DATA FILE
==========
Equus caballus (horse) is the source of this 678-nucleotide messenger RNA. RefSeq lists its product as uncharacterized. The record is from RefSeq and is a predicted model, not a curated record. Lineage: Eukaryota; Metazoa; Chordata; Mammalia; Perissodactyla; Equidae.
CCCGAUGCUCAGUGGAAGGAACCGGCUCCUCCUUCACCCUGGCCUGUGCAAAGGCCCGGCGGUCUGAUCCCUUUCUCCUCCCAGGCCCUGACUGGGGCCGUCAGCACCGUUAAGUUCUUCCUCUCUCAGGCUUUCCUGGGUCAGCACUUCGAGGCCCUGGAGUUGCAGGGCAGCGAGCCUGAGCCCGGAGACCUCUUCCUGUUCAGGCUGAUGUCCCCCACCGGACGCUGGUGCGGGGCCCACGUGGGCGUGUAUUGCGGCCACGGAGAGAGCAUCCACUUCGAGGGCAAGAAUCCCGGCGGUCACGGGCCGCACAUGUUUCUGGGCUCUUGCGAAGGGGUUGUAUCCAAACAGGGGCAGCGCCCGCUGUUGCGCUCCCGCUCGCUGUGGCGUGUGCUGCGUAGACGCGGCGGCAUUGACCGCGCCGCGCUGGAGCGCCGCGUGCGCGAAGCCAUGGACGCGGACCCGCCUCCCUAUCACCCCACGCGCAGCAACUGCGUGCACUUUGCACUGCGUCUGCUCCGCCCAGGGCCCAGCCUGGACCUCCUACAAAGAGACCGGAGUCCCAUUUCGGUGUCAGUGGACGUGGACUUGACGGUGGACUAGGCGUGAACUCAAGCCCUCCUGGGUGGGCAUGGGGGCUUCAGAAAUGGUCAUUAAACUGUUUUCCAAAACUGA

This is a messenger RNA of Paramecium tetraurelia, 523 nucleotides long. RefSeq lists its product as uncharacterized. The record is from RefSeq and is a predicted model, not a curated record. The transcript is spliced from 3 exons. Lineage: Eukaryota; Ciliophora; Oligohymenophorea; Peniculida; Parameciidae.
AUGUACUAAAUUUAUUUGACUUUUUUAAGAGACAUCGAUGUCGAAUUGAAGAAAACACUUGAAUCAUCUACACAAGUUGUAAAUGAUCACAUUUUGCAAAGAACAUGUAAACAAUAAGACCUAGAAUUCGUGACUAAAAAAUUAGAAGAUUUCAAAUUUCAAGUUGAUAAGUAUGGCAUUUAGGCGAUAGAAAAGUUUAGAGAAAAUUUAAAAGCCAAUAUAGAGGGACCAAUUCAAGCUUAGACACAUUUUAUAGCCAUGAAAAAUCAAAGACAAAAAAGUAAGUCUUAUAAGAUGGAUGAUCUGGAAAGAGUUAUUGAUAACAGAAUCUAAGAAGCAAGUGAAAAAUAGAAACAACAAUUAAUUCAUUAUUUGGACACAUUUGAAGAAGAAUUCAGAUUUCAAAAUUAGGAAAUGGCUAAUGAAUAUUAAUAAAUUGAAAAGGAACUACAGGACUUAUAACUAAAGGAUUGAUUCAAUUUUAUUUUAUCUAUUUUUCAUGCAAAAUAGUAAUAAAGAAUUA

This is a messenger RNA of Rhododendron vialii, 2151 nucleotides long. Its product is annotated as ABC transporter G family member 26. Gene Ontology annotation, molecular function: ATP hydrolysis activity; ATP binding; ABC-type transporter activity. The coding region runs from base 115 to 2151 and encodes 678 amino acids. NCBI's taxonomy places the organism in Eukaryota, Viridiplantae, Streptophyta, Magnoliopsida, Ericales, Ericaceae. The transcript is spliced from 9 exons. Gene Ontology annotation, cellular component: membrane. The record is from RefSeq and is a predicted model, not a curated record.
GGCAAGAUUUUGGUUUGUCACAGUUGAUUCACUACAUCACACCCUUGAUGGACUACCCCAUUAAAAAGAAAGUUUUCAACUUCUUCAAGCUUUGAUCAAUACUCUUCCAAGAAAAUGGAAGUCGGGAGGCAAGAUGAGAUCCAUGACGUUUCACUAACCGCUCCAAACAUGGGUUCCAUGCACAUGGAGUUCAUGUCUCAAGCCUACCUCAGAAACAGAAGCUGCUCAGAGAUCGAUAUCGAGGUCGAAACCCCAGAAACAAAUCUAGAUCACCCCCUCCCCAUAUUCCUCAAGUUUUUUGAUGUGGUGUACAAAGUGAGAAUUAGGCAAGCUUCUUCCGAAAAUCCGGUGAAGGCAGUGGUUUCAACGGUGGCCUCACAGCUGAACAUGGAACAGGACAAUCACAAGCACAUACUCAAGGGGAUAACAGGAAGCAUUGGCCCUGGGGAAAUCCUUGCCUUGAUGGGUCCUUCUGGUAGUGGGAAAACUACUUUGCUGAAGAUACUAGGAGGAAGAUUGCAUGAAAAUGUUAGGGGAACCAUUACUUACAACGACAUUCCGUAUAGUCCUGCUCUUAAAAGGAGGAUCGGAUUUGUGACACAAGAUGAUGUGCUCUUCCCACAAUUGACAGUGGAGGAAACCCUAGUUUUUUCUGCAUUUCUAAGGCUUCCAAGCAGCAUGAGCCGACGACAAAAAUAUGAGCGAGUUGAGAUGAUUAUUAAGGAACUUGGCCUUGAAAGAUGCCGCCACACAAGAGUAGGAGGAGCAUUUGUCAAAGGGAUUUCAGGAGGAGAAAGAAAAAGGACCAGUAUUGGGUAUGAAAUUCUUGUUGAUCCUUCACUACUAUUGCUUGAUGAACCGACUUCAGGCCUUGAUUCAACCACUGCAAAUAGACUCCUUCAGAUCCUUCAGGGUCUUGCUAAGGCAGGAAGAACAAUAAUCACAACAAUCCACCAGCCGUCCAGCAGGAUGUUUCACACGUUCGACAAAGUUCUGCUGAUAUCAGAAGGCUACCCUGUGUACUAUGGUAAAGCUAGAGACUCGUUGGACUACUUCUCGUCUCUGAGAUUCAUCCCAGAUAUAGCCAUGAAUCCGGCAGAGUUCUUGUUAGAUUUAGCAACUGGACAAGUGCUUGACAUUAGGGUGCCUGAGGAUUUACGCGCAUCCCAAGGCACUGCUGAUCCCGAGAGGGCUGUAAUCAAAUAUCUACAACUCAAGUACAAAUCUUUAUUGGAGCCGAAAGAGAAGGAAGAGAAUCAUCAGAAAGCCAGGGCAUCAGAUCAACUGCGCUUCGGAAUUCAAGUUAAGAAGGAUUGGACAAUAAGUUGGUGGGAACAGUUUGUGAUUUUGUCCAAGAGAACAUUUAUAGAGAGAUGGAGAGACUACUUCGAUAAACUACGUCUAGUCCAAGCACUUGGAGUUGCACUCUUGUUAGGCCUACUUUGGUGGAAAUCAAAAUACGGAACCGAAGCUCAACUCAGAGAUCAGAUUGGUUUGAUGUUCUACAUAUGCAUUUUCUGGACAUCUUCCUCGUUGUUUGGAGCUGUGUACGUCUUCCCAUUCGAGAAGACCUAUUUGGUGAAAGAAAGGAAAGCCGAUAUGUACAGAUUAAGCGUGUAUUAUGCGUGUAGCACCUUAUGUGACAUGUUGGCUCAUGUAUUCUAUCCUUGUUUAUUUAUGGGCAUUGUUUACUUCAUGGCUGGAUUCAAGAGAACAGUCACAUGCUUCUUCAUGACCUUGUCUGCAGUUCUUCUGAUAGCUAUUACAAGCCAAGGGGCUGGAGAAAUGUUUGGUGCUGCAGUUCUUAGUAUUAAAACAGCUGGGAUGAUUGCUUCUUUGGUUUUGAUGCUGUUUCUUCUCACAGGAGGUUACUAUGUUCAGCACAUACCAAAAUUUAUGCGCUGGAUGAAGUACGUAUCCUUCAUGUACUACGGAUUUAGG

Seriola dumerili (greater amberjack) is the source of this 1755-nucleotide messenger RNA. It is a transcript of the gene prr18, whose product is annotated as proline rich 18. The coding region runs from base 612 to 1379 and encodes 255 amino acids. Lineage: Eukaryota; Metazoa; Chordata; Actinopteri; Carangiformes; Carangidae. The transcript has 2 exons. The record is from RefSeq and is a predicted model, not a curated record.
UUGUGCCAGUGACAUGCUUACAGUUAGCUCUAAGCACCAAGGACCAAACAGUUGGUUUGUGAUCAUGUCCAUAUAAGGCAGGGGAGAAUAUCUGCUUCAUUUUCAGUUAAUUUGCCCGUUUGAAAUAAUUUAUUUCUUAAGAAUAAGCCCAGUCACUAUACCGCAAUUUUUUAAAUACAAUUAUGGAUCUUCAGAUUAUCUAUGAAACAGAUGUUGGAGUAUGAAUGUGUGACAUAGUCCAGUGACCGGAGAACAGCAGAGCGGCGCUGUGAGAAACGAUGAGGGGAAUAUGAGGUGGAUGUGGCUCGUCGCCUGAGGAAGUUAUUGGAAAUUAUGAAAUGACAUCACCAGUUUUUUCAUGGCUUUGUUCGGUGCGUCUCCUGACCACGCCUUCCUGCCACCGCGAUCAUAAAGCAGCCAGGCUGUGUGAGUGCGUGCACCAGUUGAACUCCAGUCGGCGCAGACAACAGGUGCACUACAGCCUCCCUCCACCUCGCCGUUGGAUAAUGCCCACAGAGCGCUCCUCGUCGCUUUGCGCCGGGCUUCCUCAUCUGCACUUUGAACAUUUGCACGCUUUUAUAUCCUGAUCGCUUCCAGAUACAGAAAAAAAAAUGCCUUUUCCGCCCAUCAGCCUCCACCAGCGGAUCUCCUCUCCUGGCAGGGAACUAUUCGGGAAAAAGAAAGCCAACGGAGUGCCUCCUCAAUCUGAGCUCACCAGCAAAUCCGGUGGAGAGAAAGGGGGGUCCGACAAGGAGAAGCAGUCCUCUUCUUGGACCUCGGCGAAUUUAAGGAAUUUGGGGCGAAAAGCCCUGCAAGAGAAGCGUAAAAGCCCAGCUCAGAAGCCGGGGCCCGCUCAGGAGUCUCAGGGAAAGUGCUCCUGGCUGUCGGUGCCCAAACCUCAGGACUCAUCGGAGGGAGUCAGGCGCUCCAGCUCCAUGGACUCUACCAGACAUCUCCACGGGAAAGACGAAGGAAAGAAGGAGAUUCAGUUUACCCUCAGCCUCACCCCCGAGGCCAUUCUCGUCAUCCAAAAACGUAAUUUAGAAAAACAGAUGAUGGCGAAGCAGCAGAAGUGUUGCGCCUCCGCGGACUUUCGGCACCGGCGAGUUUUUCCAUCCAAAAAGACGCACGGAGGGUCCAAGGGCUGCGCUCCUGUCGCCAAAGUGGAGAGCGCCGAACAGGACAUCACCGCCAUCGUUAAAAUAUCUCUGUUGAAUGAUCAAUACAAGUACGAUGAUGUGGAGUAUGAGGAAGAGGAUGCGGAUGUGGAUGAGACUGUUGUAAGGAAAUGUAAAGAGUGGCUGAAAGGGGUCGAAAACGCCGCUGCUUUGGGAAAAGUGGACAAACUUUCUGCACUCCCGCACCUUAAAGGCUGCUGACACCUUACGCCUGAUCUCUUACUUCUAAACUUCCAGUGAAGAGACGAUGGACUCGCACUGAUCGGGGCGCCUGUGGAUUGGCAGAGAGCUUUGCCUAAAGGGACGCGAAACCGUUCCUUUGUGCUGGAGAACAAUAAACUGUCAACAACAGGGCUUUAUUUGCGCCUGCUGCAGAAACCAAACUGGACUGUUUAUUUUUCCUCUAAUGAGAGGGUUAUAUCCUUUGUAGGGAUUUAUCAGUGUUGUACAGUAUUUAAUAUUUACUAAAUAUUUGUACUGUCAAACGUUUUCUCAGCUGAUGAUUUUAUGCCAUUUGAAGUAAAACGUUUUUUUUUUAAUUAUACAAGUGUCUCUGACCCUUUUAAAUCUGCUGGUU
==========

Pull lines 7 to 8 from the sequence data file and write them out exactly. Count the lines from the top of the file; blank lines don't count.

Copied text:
Seriola dumerili (greater amberjack) is the source of this 1755-nucleotide messenger RNA. It is a transcript of the gene prr18, whose product is annotated as proline rich 18. The coding region runs from base 612 to 1379 and encodes 255 amino acids. Lineage: Eukaryota; Metazoa; Chordata; Actinopteri; Carangiformes; Carangidae. The transcript has 2 exons. The record is from RefSeq and is a predicted model, not a curated record.
UUGUGCCAGUGACAUGCUUACAGUUAGCUCUAAGCACCAAGGACCAAACAGUUGGUUUGUGAUCAUGUCCAUAUAAGGCAGGGGAGAAUAUCUGCUUCAUUUUCAGUUAAUUUGCCCGUUUGAAAUAAUUUAUUUCUUAAGAAUAAGCCCAGUCACUAUACCGCAAUUUUUUAAAUACAAUUAUGGAUCUUCAGAUUAUCUAUGAAACAGAUGUUGGAGUAUGAAUGUGUGACAUAGUCCAGUGACCGGAGAACAGCAGAGCGGCGCUGUGAGAAACGAUGAGGGGAAUAUGAGGUGGAUGUGGCUCGUCGCCUGAGGAAGUUAUUGGAAAUUAUGAAAUGACAUCACCAGUUUUUUCAUGGCUUUGUUCGGUGCGUCUCCUGACCACGCCUUCCUGCCACCGCGAUCAUAAAGCAGCCAGGCUGUGUGAGUGCGUGCACCAGUUGAACUCCAGUCGGCGCAGACAACAGGUGCACUACAGCCUCCCUCCACCUCGCCGUUGGAUAAUGCCCACAGAGCGCUCCUCGUCGCUUUGCGCCGGGCUUCCUCAUCUGCACUUUGAACAUUUGCACGCUUUUAUAUCCUGAUCGCUUCCAGAUACAGAAAAAAAAAUGCCUUUUCCGCCCAUCAGCCUCCACCAGCGGAUCUCCUCUCCUGGCAGGGAACUAUUCGGGAAAAAGAAAGCCAACGGAGUGCCUCCUCAAUCUGAGCUCACCAGCAAAUCCGGUGGAGAGAAAGGGGGGUCCGACAAGGAGAAGCAGUCCUCUUCUUGGACCUCGGCGAAUUUAAGGAAUUUGGGGCGAAAAGCCCUGCAAGAGAAGCGUAAAAGCCCAGCUCAGAAGCCGGGGCCCGCUCAGGAGUCUCAGGGAAAGUGCUCCUGGCUGUCGGUGCCCAAACCUCAGGACUCAUCGGAGGGAGUCAGGCGCUCCAGCUCCAUGGACUCUACCAGACAUCUCCACGGGAAAGACGAAGGAAAGAAGGAGAUUCAGUUUACCCUCAGCCUCACCCCCGAGGCCAUUCUCGUCAUCCAAAAACGUAAUUUAGAAAAACAGAUGAUGGCGAAGCAGCAGAAGUGUUGCGCCUCCGCGGACUUUCGGCACCGGCGAGUUUUUCCAUCCAAAAAGACGCACGGAGGGUCCAAGGGCUGCGCUCCUGUCGCCAAAGUGGAGAGCGCCGAACAGGACAUCACCGCCAUCGUUAAAAUAUCUCUGUUGAAUGAUCAAUACAAGUACGAUGAUGUGGAGUAUGAGGAAGAGGAUGCGGAUGUGGAUGAGACUGUUGUAAGGAAAUGUAAAGAGUGGCUGAAAGGGGUCGAAAACGCCGCUGCUUUGGGAAAAGUGGACAAACUUUCUGCACUCCCGCACCUUAAAGGCUGCUGACACCUUACGCCUGAUCUCUUACUUCUAAACUUCCAGUGAAGAGACGAUGGACUCGCACUGAUCGGGGCGCCUGUGGAUUGGCAGAGAGCUUUGCCUAAAGGGACGCGAAACCGUUCCUUUGUGCUGGAGAACAAUAAACUGUCAACAACAGGGCUUUAUUUGCGCCUGCUGCAGAAACCAAACUGGACUGUUUAUUUUUCCUCUAAUGAGAGGGUUAUAUCCUUUGUAGGGAUUUAUCAGUGUUGUACAGUAUUUAAUAUUUACUAAAUAUUUGUACUGUCAAACGUUUUCUCAGCUGAUGAUUUUAUGCCAUUUGAAGUAAAACGUUUUUUUUUUAAUUAUACAAGUGUCUCUGACCCUUUUAAAUCUGCUGGUU